Our “Little Man” has become an inspiration for our entire family. He has overcome more in his first 11 months life than some people do in an entire life span. Vincent’s clubfoot has opened our family’s eyes to the growing problem of children across the world not having access to the same kind of treatment he did for his foot. Vincent was fortunate enough to receive some of the best treatment possible. We came across miraclefeet and saw some of the amazing things they are doing in their attempt to help children all over the world receive the same treatment Vincent had access to. Most importantly, this enables children born with clubfoot to have a childhood with one less worry, and the chance of having a few extra smiles. It is because of this that we have decided to collect donations, instead of gifts, for Vincent’s 1st birthday and all proceeds will be donated to miraclefeet with the hopes that more and more children and families can have the positive experience of our family is having because of this treatment. Every $250 we raise will transform a child’s life!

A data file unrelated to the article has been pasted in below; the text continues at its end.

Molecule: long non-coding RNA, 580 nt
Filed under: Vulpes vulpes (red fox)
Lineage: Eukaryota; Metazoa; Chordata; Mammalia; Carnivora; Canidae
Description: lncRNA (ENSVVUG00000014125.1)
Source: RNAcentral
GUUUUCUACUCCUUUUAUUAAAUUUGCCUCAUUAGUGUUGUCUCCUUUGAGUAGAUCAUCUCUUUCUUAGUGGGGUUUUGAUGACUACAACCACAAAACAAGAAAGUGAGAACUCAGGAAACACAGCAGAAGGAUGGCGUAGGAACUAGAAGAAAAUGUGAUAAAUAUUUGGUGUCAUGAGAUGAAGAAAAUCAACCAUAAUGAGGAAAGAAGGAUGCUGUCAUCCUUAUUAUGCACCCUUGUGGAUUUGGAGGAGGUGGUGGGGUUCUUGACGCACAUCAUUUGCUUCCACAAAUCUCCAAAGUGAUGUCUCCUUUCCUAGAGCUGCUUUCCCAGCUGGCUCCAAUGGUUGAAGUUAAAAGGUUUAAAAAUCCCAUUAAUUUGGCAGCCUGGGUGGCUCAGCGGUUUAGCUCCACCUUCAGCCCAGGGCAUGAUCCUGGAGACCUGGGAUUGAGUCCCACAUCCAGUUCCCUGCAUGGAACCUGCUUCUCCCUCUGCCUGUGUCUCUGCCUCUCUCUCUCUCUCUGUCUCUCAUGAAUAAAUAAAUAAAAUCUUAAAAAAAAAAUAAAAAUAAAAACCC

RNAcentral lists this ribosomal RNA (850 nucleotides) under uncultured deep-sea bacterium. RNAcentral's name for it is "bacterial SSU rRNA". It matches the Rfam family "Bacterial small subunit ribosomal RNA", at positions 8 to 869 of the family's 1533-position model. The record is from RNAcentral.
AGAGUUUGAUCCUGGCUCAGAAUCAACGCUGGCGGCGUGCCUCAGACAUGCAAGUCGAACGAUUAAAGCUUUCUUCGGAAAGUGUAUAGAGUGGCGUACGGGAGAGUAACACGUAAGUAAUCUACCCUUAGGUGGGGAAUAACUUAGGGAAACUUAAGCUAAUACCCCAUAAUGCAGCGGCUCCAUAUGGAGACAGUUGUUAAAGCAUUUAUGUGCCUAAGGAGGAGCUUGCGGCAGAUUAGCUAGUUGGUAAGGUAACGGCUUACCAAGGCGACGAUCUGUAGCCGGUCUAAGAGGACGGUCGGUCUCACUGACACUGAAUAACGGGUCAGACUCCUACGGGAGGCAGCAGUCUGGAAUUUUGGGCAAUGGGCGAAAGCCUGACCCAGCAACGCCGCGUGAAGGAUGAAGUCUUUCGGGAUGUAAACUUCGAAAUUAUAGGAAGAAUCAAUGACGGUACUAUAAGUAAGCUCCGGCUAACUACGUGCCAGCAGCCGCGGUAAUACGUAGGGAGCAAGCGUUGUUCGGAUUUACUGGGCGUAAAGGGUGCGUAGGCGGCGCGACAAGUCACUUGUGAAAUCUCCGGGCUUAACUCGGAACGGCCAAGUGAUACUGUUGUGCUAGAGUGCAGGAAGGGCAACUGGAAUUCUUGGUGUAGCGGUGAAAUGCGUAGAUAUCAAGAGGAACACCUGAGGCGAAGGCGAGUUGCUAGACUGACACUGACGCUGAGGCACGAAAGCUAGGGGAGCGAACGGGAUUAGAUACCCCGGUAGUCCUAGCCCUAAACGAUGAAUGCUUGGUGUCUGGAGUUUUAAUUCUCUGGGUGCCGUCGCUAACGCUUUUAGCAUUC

Donate now at www.miraclefeet.org and please write in “for Vincent’s first birthday” so we can thank you properly!”
~Vinnie and Dulce
Have you been following miraclefeet’s exciting partnership with soccer.com and Ali Krieger? Clubfoot impacts one in 750 children and is one of the most common birth defects worldwide. miraclefeet.org is working to eradicate untreated clubfoot across the world. There is a natural fit between clubfoot and sports because treating clubfoot helps to ensure an active life. Young athletes who we talk to really get that. Famous soccer players like Mia Hamm and Steven Gerrard were born with clubfoot. It is completely fixable 95% of the time with proper treatment!